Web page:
This is what John the Baptist proclaimed: “One mightier than I is coming after me. I am not worthy to stoop and loosen the thongs of his sandals. I have baptized you with water; he will baptize you with the Holy Spirit.”
It happened in those days that Jesus came from Nazareth of Galilee and was baptized in the Jordan by John. On coming up out of the water he saw the heavens being torn open and the Spirit, like a dove, descending upon him. And a voice came from the heavens, “You are my beloved Son; with you I am well pleased.”
Embracing our humanity
The life of Jesus of Nazareth, as we know, begins with the “infancy stories” which we read in Matthew and Luke, and even with the Logos’ (Word) existence with God “in the beginning” which we read in John. But these are “prologues” of the main event—the public life and ministry of Jesus. The main event begins with the baptism of Jesus by John the Baptist in the River Jordan. Baptism is the “door” through which Jesus entered and changed human affairs. In fact, the kerygma or first announcement of the Apostles about Jesus refers to it.
Peter explains to the household of Cornelius: “You know… what has happened all over Judea, beginning in Galilee after the baptism that John preached, how God anointed Jesus of Nazareth with the Holy Spirit and power. He went about doing good and healing all those oppressed by the devil, for God was with him” (Acts 10:36-38).
Baptism in Judaism in Jesus’ time was done through immersion. One enters “into the waters” which recalls the
death symbolism of the annihilating power of the ocean flood. One therefore “dies” to sin which one confesses while being immersed in the water.
But the flowing waters of the river also symbolize life. As one emerges from the water, one is purified of the sinful past that burdens and distorts life. One becomes new again and starts a new life.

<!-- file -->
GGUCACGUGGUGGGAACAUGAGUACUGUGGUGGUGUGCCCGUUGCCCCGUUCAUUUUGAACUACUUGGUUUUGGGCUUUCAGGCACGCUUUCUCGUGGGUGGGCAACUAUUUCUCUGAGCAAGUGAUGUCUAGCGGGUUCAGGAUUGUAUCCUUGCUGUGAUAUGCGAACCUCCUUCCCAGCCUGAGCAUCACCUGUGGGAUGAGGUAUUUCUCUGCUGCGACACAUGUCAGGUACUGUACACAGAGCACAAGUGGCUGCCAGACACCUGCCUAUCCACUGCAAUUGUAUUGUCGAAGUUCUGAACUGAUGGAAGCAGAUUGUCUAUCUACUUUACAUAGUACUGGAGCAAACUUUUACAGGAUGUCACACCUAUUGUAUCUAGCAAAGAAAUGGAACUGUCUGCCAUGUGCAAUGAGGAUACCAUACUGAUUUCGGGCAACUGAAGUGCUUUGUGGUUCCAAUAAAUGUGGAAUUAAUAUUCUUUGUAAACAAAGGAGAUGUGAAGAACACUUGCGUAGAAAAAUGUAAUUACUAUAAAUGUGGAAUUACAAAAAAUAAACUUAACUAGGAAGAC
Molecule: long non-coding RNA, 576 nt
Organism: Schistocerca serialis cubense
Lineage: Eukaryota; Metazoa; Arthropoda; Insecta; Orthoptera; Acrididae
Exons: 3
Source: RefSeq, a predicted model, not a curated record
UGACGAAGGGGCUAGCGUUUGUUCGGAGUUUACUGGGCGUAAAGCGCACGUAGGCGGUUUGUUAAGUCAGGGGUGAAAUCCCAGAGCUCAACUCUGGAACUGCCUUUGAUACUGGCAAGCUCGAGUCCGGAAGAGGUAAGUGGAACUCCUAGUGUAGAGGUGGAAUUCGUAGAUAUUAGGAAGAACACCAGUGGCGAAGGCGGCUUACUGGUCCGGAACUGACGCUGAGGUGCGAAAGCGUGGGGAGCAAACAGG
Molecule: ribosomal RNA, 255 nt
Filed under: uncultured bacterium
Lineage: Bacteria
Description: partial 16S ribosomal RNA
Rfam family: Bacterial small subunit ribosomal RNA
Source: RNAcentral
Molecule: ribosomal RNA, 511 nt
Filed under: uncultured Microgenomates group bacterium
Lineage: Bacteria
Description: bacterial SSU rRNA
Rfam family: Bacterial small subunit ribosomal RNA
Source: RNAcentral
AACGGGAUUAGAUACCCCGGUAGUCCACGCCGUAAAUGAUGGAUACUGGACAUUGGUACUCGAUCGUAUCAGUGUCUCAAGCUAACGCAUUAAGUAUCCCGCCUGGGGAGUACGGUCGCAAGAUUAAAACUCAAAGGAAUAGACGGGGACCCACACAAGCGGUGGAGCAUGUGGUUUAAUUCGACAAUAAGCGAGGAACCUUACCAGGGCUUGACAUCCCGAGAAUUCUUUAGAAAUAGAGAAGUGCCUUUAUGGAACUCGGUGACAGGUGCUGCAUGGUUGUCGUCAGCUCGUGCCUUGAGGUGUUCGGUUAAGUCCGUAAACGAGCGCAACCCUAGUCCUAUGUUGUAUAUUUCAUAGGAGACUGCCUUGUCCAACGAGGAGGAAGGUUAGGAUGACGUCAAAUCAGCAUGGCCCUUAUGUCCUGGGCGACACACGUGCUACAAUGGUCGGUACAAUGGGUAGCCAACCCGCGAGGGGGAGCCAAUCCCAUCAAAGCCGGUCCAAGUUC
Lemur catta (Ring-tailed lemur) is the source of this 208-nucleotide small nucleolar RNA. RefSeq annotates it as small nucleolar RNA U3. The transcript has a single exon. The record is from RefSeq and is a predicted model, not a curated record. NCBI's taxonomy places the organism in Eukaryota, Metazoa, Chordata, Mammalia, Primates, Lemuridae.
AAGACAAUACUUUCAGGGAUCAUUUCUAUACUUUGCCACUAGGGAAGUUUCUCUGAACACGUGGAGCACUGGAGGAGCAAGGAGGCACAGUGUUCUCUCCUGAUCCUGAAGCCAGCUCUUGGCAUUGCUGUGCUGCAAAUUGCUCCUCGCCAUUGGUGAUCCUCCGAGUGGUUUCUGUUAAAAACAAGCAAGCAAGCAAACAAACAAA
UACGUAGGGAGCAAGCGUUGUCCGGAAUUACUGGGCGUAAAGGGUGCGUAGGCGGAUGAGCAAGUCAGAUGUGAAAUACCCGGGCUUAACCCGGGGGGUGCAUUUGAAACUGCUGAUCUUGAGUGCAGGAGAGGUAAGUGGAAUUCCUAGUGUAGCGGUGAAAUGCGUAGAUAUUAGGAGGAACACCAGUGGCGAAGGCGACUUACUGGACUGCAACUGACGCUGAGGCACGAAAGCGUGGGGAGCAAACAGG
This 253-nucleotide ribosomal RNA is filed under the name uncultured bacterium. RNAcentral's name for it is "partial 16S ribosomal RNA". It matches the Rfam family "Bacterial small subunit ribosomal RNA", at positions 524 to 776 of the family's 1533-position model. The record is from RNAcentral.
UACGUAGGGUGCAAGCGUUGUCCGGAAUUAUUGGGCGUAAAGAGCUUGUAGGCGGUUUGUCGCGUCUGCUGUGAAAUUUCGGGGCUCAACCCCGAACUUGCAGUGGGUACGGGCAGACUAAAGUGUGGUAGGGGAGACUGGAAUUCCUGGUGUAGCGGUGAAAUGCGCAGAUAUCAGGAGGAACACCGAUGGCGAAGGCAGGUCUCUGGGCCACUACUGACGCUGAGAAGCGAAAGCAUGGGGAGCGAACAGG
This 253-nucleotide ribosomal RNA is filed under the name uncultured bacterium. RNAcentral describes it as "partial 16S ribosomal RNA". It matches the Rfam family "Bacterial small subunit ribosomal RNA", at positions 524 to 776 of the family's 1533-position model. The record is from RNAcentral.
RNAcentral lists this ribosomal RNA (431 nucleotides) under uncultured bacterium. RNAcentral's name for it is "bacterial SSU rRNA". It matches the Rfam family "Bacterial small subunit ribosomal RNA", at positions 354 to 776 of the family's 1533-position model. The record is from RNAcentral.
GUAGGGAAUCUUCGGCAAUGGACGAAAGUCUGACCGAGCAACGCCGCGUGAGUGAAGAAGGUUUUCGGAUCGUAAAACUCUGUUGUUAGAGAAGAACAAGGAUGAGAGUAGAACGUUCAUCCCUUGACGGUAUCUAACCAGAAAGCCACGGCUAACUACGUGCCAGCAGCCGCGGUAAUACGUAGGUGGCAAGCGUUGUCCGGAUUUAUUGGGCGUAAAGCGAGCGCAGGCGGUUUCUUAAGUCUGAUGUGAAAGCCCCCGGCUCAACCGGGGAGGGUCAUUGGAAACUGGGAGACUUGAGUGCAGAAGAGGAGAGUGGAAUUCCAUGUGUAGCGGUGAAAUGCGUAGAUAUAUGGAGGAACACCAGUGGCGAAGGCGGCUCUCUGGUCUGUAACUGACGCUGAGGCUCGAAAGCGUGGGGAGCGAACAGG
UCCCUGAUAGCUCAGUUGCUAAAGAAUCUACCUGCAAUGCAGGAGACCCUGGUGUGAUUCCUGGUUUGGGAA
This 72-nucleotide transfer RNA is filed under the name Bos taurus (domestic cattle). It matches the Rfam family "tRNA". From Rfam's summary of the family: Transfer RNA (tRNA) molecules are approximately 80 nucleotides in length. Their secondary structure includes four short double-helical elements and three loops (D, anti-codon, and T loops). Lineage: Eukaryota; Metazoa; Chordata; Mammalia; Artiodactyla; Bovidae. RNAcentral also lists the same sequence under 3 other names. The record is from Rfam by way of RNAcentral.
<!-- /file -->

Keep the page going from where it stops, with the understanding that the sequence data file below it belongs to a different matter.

Was this true of Jesus? He has no sins to confess, as pointed out by John himself: “I need to be baptized by you, and yet you are coming to me?” (Mt 3:14). Rather, Jesus’ lining with sinners to receive baptism expresses his solidarity with sinful humanity; he loads the burden of mankind’s guilt upon his shoulders, and removes it by his resurrection.
Jesus’ baptism is his “anointing” by God, empowering him to preach the Gospel of the Kingdom, as already explained by Peter. Mark writes that the Holy Spirit descends upon Jesus in bodily form like a dove. And the heavenly Father declares Jesus as his beloved Son, with whom he is well pleased. Receiving his “credentials,” Jesus begins his journey which will end in his death and resurrection.
What about us?
Our own baptism opens for us “the door” to a journey from a state of sin into a new life, as we are “immersed” in water and rise from it. St. Paul tells us the effect of this sacrament: “We were indeed buried… with him through baptism into death, so that just as Christ was raised from the dead by the glory of the Father, we too might live in newness of life” (Rom 6:4).
SOURCE: “365 Days with the Lord 2021,” ST. PAULS, 7708 St. Paul Rd., SAV, Makati City (Phils.); Tel.: 632-895-9701; Fax 632-895-7328; E-mail: [email protected]; Website: http://www.stpauls.ph.